New Zealand has an unusually high number of wingless, or at least flightless insects whose Australian relatives may be winged. The stick insects (order Phasmatodea, 21 species) are all wingless, as are wētā and most grasshoppers and crickets (of 109 species, five are winged).
Grasshoppers and crickets
Large, short-winged, flightless grasshoppers are extremely abundant in the tussock grasslands of the South Island, where their feeding can have a significant impact on herbaceous plants. New Zealand’s mole cricket or honi (Triamescaptor aotea) is the world’s only mole cricket without wings. Elsewhere, these burrowing insects rub their wings together to produce a loud mating call, but in New Zealand they are silent. It is not known how the voiceless species seeks a mate.
Flightlessness is common in moths (usually only the females), as it is in beetles, wasps, cockroaches, earwigs and stoneflies. On the subantarctic islands nearly 40% of insects have lost the ability to fly.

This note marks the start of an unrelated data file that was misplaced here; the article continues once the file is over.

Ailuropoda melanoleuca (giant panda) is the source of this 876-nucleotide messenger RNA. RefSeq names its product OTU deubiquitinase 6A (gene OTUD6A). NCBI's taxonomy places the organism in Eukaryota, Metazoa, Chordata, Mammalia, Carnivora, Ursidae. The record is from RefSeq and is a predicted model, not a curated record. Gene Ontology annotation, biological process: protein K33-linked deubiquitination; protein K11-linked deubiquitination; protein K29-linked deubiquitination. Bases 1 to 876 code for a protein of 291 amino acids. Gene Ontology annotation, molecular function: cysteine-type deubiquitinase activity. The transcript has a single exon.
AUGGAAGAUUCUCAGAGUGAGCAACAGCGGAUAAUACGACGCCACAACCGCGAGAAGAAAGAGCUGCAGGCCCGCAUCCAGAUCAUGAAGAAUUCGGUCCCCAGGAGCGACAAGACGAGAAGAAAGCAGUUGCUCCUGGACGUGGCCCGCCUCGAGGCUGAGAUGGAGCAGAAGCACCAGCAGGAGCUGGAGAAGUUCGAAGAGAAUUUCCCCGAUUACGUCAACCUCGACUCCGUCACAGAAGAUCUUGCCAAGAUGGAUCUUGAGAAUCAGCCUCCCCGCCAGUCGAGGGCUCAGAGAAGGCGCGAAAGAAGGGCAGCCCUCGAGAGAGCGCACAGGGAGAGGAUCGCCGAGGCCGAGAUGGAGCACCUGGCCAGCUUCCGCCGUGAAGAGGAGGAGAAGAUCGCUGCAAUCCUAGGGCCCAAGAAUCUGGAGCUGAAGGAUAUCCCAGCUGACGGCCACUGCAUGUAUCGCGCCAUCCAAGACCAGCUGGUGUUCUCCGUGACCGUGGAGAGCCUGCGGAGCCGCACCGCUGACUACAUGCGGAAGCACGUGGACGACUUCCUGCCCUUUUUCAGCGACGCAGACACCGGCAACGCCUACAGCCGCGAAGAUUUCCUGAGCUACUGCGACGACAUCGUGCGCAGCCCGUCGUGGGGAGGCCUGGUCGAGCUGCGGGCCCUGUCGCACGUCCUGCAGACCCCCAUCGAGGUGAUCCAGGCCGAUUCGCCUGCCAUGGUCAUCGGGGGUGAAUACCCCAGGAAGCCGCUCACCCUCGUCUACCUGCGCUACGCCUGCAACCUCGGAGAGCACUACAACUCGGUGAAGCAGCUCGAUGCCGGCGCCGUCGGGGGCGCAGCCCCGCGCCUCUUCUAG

Cannibalistic tiger moths
Being wingless, the female alpine tiger moth Metacrias remains in her cocoon, surrounded by the eggs that she has laid. The tiny hatchling larvae then proceed to eat her. Her energy is recycled to give the larvae a strong start in life – as herbivorous caterpillars.
Flightlessness in stoneflies (order Plecoptera) is associated with low temperatures and high winds. In southern New Zealand, especially where rainfall is high, many stoneflies have left freshwater streams to live among snow tussock or under stones. The adults of 25 of the 104 New Zealand and subantarctic species are wingless or have reduced wings. This contrasts with Australia, where only one of the 196 species is flightless.